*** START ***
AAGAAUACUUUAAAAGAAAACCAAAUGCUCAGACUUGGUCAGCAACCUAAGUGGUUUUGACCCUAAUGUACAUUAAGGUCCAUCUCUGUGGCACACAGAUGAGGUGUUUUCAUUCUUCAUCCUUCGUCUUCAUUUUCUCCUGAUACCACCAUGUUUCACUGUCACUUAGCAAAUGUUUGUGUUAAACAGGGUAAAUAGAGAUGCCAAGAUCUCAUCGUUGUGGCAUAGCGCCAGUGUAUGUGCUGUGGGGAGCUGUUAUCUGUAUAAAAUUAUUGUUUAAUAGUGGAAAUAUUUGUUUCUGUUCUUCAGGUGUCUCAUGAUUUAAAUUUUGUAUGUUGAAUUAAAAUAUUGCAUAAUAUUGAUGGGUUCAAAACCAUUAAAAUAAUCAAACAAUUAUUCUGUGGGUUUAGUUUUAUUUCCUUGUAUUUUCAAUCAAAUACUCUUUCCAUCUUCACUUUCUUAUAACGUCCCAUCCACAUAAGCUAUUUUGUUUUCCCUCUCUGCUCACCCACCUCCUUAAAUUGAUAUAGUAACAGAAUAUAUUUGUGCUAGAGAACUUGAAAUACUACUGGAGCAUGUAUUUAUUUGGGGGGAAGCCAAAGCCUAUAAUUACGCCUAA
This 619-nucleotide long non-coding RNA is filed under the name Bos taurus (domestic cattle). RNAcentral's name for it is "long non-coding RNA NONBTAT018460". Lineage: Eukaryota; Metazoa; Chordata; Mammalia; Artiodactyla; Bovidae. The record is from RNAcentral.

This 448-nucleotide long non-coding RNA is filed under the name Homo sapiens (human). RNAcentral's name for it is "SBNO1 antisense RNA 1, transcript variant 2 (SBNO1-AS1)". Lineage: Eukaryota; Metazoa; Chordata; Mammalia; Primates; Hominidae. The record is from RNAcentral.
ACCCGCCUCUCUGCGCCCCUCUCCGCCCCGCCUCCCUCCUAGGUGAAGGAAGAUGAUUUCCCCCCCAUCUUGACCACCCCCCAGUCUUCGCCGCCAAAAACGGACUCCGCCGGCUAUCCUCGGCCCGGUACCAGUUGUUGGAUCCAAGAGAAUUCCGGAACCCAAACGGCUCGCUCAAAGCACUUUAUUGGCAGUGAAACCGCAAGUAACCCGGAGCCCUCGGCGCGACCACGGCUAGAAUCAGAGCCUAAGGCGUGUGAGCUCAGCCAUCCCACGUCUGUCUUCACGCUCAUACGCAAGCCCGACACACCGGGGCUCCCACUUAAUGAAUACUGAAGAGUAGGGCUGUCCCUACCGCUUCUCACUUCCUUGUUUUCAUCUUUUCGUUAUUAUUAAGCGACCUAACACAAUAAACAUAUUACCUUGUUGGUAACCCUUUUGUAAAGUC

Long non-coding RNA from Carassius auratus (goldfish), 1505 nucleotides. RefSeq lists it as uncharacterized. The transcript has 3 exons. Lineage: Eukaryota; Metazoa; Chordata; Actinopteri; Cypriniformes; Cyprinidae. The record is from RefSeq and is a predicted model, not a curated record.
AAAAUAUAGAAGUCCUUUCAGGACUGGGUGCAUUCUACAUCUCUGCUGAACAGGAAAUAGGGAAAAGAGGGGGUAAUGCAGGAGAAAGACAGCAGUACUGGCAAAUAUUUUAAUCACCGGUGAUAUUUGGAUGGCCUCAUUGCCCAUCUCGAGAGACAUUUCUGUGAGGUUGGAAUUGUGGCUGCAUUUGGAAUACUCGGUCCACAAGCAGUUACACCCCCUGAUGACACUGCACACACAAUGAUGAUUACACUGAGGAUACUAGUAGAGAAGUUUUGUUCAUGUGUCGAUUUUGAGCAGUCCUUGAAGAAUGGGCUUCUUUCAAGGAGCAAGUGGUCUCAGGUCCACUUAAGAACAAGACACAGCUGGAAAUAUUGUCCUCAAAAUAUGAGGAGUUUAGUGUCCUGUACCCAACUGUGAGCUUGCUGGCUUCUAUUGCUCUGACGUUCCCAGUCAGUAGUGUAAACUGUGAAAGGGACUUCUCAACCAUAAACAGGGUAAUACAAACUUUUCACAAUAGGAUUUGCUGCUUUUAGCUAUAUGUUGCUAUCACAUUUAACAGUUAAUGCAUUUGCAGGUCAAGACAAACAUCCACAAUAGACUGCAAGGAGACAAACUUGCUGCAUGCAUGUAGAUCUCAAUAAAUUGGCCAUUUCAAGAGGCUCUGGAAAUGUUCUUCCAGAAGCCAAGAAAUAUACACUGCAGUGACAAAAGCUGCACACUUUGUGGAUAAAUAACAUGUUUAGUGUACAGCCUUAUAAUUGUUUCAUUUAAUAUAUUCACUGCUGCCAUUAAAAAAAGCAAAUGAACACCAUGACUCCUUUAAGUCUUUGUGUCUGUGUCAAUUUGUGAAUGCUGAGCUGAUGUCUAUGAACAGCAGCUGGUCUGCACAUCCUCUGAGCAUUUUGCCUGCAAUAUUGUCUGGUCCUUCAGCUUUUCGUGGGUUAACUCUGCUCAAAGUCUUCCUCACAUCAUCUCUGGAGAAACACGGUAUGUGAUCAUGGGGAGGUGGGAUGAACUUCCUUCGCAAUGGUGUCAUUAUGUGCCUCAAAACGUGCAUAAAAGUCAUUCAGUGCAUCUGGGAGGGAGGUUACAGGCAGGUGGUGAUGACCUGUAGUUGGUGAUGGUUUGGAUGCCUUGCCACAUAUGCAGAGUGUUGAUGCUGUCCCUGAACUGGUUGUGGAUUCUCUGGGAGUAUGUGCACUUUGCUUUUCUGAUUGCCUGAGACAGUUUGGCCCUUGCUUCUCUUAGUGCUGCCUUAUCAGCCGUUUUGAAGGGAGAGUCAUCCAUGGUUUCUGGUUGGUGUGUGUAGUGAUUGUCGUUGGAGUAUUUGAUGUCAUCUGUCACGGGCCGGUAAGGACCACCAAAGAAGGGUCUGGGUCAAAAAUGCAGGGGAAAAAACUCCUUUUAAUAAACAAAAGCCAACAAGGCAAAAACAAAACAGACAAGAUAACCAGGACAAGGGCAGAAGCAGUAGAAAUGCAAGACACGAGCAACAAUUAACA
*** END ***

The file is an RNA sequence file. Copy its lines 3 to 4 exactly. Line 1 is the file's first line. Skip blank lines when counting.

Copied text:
This 448-nucleotide long non-coding RNA is filed under the name Homo sapiens (human). RNAcentral's name for it is "SBNO1 antisense RNA 1, transcript variant 2 (SBNO1-AS1)". Lineage: Eukaryota; Metazoa; Chordata; Mammalia; Primates; Hominidae. The record is from RNAcentral.
ACCCGCCUCUCUGCGCCCCUCUCCGCCCCGCCUCCCUCCUAGGUGAAGGAAGAUGAUUUCCCCCCCAUCUUGACCACCCCCCAGUCUUCGCCGCCAAAAACGGACUCCGCCGGCUAUCCUCGGCCCGGUACCAGUUGUUGGAUCCAAGAGAAUUCCGGAACCCAAACGGCUCGCUCAAAGCACUUUAUUGGCAGUGAAACCGCAAGUAACCCGGAGCCCUCGGCGCGACCACGGCUAGAAUCAGAGCCUAAGGCGUGUGAGCUCAGCCAUCCCACGUCUGUCUUCACGCUCAUACGCAAGCCCGACACACCGGGGCUCCCACUUAAUGAAUACUGAAGAGUAGGGCUGUCCCUACCGCUUCUCACUUCCUUGUUUUCAUCUUUUCGUUAUUAUUAAGCGACCUAACACAAUAAACAUAUUACCUUGUUGGUAACCCUUUUGUAAAGUC